The Citizen’s Committee To Save The Lake Tashmoo View gathered at the Tashmoo Overlook Wednesday morning.


Closing a chapter in a seven-year discussion and negotiation process, Tisbury selectmen signed a memorandum of understanding on Tuesday with Thomas and Ginny Payette regarding a stand of trees at the Tashmoo Overlook.

Under the terms of the MOU, which was signed at a well-attended selectmen’s meeting, the Payettes agreed to allow town crews onto their property to restore the Tashmoo viewshed.

A long-running dispute between the town of Tisbury and a pair of private landowners over maintaining views across the Tashmoo Overlook is closer to being resolved, the town selectmen said this week. At their meeting Tuesday the Tisbury selectmen worked to finalize wording on a memorandum of understanding between the town and the Payette family.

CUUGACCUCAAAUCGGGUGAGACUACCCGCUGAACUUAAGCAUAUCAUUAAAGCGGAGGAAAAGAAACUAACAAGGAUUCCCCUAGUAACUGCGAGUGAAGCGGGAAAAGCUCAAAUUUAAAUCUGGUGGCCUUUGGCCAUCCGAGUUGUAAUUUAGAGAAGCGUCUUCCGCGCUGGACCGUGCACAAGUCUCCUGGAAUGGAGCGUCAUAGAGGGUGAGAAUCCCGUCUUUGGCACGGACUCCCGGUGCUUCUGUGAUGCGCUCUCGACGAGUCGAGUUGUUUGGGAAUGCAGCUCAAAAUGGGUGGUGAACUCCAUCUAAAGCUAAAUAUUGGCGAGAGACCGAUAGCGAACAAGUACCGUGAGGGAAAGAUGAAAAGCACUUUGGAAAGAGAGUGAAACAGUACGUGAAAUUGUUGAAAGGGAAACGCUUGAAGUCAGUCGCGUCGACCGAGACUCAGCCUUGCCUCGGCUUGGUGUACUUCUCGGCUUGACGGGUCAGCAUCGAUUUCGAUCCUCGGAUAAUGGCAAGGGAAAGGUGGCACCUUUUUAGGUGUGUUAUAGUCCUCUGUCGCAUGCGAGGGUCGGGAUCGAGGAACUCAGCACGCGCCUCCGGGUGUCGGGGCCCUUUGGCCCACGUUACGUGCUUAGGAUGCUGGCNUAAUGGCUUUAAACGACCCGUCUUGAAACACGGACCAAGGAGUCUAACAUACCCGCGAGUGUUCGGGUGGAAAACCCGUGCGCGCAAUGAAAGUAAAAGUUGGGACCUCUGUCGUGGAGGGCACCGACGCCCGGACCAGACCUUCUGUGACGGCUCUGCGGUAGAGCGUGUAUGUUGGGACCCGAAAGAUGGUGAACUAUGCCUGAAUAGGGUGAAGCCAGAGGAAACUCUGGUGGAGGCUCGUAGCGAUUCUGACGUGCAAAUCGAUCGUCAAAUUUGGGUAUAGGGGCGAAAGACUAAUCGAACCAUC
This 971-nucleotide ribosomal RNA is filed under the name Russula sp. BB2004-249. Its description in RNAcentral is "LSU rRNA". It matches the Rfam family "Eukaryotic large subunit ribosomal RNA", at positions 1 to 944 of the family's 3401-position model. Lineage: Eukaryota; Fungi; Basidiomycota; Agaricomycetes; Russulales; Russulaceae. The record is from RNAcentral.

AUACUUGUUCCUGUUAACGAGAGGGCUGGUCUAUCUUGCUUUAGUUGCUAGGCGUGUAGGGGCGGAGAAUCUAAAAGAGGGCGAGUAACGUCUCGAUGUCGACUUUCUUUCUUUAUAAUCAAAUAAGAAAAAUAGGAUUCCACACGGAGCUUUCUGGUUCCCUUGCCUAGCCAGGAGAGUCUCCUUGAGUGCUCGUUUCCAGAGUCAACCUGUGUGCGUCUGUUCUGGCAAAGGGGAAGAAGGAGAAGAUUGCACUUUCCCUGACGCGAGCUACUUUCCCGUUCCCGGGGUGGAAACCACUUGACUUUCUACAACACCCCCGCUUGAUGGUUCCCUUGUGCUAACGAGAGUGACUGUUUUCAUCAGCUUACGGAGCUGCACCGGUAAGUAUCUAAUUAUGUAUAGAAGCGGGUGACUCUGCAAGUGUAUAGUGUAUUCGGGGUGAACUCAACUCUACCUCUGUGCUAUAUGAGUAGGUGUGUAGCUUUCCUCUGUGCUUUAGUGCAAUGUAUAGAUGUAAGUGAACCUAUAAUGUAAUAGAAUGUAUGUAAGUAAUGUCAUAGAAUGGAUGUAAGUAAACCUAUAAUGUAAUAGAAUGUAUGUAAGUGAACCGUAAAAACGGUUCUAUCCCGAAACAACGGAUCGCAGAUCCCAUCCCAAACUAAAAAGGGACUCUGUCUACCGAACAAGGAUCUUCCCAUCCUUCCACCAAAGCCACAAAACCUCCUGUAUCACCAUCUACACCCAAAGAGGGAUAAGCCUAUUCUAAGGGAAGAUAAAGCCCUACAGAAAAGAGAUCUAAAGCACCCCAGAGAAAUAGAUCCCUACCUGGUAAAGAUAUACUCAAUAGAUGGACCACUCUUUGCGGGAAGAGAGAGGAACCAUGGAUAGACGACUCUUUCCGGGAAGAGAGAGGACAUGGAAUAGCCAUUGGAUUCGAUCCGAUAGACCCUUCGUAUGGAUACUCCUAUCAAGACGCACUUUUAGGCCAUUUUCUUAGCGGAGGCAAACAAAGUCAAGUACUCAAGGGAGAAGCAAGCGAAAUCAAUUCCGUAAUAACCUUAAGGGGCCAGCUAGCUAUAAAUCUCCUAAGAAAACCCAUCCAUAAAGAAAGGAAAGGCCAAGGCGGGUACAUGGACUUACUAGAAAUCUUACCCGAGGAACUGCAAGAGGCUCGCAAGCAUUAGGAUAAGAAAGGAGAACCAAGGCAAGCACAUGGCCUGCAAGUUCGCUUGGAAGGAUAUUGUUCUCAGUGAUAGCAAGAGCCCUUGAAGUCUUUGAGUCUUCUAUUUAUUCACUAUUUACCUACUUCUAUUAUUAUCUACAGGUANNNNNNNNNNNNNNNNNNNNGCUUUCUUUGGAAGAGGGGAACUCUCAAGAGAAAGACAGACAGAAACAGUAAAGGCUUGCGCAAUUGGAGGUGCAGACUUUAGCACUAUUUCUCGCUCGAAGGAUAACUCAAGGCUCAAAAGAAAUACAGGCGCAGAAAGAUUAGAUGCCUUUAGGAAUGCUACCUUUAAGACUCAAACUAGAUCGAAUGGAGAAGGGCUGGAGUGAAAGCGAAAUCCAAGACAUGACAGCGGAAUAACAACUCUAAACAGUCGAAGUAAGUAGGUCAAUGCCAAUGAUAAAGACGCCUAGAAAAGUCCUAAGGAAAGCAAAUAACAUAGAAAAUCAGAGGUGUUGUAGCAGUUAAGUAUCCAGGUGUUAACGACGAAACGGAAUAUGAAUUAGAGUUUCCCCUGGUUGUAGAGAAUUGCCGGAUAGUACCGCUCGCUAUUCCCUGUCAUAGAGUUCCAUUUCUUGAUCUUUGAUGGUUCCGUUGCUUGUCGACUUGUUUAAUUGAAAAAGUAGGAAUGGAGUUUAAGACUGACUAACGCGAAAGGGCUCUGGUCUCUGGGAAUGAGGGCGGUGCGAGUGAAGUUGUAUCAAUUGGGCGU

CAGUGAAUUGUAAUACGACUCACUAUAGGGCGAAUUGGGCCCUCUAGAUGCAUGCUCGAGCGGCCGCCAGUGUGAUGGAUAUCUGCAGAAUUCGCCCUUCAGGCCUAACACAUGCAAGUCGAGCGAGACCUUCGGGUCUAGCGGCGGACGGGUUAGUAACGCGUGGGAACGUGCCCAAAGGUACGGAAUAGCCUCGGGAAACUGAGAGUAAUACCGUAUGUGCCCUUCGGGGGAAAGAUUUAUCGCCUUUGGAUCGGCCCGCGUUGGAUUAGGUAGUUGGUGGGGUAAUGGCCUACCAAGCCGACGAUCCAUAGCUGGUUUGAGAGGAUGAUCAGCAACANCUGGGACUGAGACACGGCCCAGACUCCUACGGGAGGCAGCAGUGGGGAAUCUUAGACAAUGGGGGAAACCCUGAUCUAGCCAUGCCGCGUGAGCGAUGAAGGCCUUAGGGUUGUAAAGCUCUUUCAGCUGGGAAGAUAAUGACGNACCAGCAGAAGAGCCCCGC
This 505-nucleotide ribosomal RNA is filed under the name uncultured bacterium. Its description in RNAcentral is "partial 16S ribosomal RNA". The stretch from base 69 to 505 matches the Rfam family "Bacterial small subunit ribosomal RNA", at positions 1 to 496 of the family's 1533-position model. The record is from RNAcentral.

A Vineyard Haven resident who has long campaigned to save the view at the Tashmoo overlook took her case to the Dukes County commission this week after finding little support from the Tisbury selectmen for a plan to buy the view easement.

Patricia Carlet asked the county commission for a letter of support to buy the easement, possibly by eminent domain, but the commission said it could not do that without the town’s involvement.


The view from the Tashmoo overlook, one of the great vistas of Martha’s Vineyard, has been restored, after the owners of a number of large trees finally bowed to pressure from the town of Tisbury and allowed the chainsaws in yesterday.

The removal of several of the largest trees, whose growth was gradually obliterating the view across Lake Tashmoo and Vineyard Sound, may end years of dispute between the town and Thomas and Ginny Payette of Tashmoo Farm.


The attorney representing the owners of a stand of willow trees which is gradually obscuring one of the Island’s best scenic views at the Tashmoo Overlook has extended an olive branch to the town of Tisbury over the dispute.

In a letter sent to Tisbury town administrator John Bugbee on August 15, Michael Goldsmith, an attorney with Reynolds, Rappaport and Kaplan in Edgartown, offered a formula for further talks about the problem.